We use your sign-up to provide content in ways you’ve consented to and to improve our understanding of you. This may include adverts from us and 3rd parties based on our understanding. You can unsubscribe at any time. More info
Robert Halfon, Chair of the Commons Education Committee, said many of the 124,000 missing pupils have simply never come back to school after being kept away during Covid-19 lockdowns. Government proposals to deal with the problem do not go far enough, he said.
The MP, who has raised his concerns with Education Secretary Nadhim Zahawi, wants schools to recruit staff who will visit parents and ensure children attend lessons.
A Schools White Paper published last week includes plans for a register of missing children, which Ministers say will help ensure no child is lost from the system. Mr Halfon said: “I support the register but it isn’t going to bring those pupils back to school.
“What is needed is schools engaging with parents.
“124,000 children have not returned to school in total. These ‘ghost children’ have not returned to school after the pandemic.
“What we need are field workers reaching out to parents to bring children back to school.”
He said schools could employ additional staff using “catch up” funding provided by the Government to help pupils make up for education lost during Covid lockdowns.
“My view is that schools can use catch-up funds to appoint field workers to engage with parents and bring these children back to school.
“The Secretary of State should have a computer on his desk which shows every school in the country where pupils are absent, and how many there are.”
A study by Children’s Commissioner Dame Rachel de Souza, the Government-appointed watchdog for children, found 124,000 pupils missed more than half of school sessions in the Autumn 2021 term.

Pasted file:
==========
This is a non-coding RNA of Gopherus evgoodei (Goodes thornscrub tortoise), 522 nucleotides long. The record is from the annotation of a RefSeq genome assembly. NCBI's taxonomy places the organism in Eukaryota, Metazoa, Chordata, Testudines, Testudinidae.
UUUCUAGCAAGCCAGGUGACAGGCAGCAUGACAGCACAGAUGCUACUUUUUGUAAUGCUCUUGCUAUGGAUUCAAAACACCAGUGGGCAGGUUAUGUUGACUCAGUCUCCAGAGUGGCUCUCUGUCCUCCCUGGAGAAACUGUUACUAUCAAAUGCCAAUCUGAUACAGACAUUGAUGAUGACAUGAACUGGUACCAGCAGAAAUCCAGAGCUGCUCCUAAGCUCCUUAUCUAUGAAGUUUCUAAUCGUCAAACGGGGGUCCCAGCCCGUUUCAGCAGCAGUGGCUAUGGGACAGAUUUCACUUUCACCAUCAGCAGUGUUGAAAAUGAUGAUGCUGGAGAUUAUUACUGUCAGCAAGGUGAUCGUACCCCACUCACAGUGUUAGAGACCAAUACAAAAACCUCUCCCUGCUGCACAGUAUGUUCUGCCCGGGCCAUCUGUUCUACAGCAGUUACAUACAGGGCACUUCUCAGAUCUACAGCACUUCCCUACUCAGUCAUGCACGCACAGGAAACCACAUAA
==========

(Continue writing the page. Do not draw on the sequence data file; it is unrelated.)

She wrote to every local council in England to find out what information they held on children falling through the gaps in the system. It emerged that many authorities do not know how many children in their area are missing school, being educated at home or are out of education altogether, and some don’t even know how many children are in their area.
She warned some children had “fallen off the radar” before the pandemic, but said there were other children who haven’t come back after lockdowns.
Last night she said: “While most children attend school every day, there are tens, even hundreds, of thousands who are persistently or severely absent, and more missing from education altogether, for all sorts of reasons.
“This is why I launched my attendance audit to understand better where those children are and what barriers there are to them getting back to school. I am convinced the best way of securing the future for every child is to for them to learn in school.”
She added: “Since it’s hard to catch up lost learning if you aren’t in school it does make some sense to consider flexibility in catch up funding spending as part of that support if it’s appropriate for the individual child.”
The Commissioner’s office is currently conducting a more detailed study into the problem, which will report later in the year.
The Government’s Schools White Paper, part of the Queen’s Speech delivered last week, includes a range of measures designed to improve attendance. The proposed register for children not in school is designed to help local authorities and teachers identify pupils who need support.
Other measures include requiring every school to publish a clear attendance policy and introducing legislation to ensure every school tracks attendance.
Schools faced unprecedented disruption during the Covid-19 pandemic. In England, they were closed for most children from March 2020 to the end of August, and closed again in January 2021 until March that year.
The Commons Education Committee has described this as “nothing short of a national disaster for children and young people” and a study by the Department for Education found pupils in some parts of the country fell almost six months behind.
The Government has provided £5 billion in what it calls catch up funding. This includes funding for summer schools, teacher training and a “recovery premium” paid directly to schools.
Source: Read Full Article